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Greening Gear: Q & A with Eco-Friendly Outdoor Gear Leaders

Imagine eco-friendly equipment that offers superior performance to today's gear. The future is bright, but how do we get there? A BACKPACKER roundtable discussion.

7. We’ve recently seen Merino wool’s resurgence as a high-performance, environmentally sustainable, biodegradable material. Are you experimenting with any other “miracle” fibers?

Kevin: Merino wool performs great. It is, however, not without its potential environmental drawbacks as is any other material. Besides a cost premium associated with wool, it is important to understand the way the fiber was processed (with or without chlorine) in addition to how sustainable the farming practices were where the sheep were raised. And further, Merino wool can have animal husbandry challenges in certain climates of the world where a pesky fly requires invasive procedures on the sheep.

The point? No material—yet—is completely devoid of issues which potentially diminish it’s environmental (and sometimes social) footprint. Wool remains a very important material for us and we are constantly trying to mitigate these concerns.

Clearly one of the most promising areas is the ability to make new fibers from previous scrap waste… waste that would have gone directly into a landfill and lost as a potential resource forever. These options hold promise as we continually keep performance high, but divert valuable materials (and the energy/resources to extract them anew) from going to waste.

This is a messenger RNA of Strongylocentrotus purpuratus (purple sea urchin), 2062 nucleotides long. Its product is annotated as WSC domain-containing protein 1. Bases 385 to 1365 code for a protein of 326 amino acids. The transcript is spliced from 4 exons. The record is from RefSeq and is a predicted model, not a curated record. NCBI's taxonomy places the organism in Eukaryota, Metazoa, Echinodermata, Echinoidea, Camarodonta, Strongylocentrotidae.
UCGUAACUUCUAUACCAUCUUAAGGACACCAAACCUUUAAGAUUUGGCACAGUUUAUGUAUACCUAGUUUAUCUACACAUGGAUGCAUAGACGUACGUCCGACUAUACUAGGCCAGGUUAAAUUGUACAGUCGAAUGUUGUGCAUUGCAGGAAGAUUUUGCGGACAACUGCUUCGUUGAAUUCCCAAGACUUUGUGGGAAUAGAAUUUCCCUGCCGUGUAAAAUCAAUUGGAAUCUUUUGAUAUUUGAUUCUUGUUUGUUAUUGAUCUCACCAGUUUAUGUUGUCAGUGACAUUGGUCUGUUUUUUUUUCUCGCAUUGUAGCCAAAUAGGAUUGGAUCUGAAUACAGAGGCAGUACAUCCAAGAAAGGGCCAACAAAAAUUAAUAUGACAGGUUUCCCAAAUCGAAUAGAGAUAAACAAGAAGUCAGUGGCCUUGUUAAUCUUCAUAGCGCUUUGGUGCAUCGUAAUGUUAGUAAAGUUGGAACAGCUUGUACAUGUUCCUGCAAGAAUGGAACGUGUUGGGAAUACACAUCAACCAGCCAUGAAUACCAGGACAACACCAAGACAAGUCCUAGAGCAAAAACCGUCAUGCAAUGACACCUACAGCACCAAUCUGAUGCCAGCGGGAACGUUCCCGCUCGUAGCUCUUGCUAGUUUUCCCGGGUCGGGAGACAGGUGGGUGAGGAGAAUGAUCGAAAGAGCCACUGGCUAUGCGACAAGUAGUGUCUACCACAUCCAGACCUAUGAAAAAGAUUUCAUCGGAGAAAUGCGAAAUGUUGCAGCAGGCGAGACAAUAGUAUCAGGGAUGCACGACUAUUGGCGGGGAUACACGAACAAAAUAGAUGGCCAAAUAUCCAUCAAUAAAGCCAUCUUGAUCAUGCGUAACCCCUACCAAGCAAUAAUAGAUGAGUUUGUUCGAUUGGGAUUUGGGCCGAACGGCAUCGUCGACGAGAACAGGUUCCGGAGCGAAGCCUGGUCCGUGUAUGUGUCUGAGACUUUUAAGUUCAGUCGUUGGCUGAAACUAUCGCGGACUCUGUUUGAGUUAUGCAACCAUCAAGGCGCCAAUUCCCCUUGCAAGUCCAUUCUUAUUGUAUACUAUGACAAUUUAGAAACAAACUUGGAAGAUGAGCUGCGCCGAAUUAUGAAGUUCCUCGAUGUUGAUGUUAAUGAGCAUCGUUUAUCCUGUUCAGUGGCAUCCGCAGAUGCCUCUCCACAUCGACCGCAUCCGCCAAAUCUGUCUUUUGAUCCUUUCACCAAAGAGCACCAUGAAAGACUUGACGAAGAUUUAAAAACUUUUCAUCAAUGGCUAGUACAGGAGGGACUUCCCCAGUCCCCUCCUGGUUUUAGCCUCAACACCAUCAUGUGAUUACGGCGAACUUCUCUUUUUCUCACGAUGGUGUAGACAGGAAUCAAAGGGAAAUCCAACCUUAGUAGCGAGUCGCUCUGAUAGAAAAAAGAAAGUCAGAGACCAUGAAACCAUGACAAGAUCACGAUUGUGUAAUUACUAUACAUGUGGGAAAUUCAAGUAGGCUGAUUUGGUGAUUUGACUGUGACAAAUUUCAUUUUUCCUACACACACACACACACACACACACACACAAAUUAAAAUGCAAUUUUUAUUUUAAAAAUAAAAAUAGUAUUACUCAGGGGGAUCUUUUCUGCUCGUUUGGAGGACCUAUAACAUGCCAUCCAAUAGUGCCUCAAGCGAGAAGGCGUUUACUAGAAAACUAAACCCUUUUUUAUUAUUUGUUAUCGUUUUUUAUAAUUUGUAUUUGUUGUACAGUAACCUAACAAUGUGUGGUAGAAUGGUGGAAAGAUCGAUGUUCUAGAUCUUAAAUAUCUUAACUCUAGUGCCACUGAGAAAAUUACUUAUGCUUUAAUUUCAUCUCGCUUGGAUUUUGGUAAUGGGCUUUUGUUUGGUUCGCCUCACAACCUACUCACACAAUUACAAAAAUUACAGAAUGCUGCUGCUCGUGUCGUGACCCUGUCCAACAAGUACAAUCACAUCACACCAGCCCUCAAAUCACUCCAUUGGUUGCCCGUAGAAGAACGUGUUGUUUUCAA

Dawson: The short answer is yes. DuPont introduced nylon – a ‘miracle’ fiber – at the 1939 Worlds Fair. At the time, it was a totally new fiber, unlike anything on the market. Nylon was the brand name but due to its overwhelming adoption, it quickly became a generic term for fiber. Throughout DuPont history, innovation has led to totally new materials and new classes of products that had not previously existed.

Jill: Oh if only there as a ‘miracle’ out there! The most innovative research I have seen in the last year is really taking place in universities where they are taking all sorts of waste products and turning them into usable raw materials. From sewage waste to chicken feathers to agricultural waste products. I also saw a cool thing using mushrooms to grow foam! But none of this is ready for prime time yet.

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